Re: Do these queen cells look viable?
One of the tricks you pick up if you read a lot is that you can take a sharp knife and roll a 10 day old queen cell across the blade so that the tip of the queen cell can be pulled off. Carefully drop the queen out onto your fingers and you should see her eyes dark and her body starting to harden and turn yellow/brown. Carefully put her back in the cell and press the tip back down. If you are careful, she will be unharmed. The best place to cut is about 1/2 inch from the end of the cell.
Queen cells should be sealed on the 7th day. I make a point to check the cell builder for any stray queen cells on the 7th or 8th day. This has saved quite a few rounds of queens over the years. My last round of queens had a stray cell on a brood comb. I squashed it to prevent it from hatching early and destroying the cells with larvae from my breeder queen.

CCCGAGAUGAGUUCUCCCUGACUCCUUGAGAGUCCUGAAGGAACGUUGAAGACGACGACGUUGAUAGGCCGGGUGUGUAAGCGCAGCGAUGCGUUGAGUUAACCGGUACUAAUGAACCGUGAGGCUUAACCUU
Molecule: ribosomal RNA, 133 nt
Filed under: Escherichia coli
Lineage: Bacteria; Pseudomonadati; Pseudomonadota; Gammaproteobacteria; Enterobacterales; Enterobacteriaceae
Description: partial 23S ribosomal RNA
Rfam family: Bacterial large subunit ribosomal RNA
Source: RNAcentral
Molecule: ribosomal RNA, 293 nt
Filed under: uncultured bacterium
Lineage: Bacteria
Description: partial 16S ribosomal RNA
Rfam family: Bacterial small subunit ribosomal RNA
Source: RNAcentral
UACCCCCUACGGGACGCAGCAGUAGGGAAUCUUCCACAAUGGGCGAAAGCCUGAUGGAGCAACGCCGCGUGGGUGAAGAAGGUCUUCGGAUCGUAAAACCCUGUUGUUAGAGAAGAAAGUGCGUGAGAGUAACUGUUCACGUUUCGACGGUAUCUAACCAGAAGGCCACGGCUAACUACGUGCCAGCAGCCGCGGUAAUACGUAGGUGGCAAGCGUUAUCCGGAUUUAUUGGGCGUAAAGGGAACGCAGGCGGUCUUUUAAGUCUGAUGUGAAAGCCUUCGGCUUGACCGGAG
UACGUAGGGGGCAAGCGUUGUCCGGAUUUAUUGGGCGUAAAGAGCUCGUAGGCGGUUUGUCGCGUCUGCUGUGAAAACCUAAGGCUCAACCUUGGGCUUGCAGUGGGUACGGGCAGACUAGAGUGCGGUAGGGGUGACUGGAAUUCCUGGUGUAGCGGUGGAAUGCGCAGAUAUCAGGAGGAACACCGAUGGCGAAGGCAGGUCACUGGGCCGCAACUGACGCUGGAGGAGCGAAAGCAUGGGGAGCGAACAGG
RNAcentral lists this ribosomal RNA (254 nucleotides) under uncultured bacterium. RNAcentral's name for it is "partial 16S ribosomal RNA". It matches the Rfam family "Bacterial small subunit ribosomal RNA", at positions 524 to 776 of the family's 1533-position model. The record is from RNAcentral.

Those cells are not necessarily bad, but I target larger and longer cells. How many bees are in the cell builder? The rule of thumb I use is that 20 frames of bees can care for a maximum of 16 cells. Most of the time, they will only mature 8 or 10. Commercial breeders use a lot more cells, but I am after the best quality queens which an overstocked cell builder usually does not produce.
NW Alabama, 50 years, 20 colonies and growing, sideliner, treatment free since 2005, 14 frame square Dadant broodnest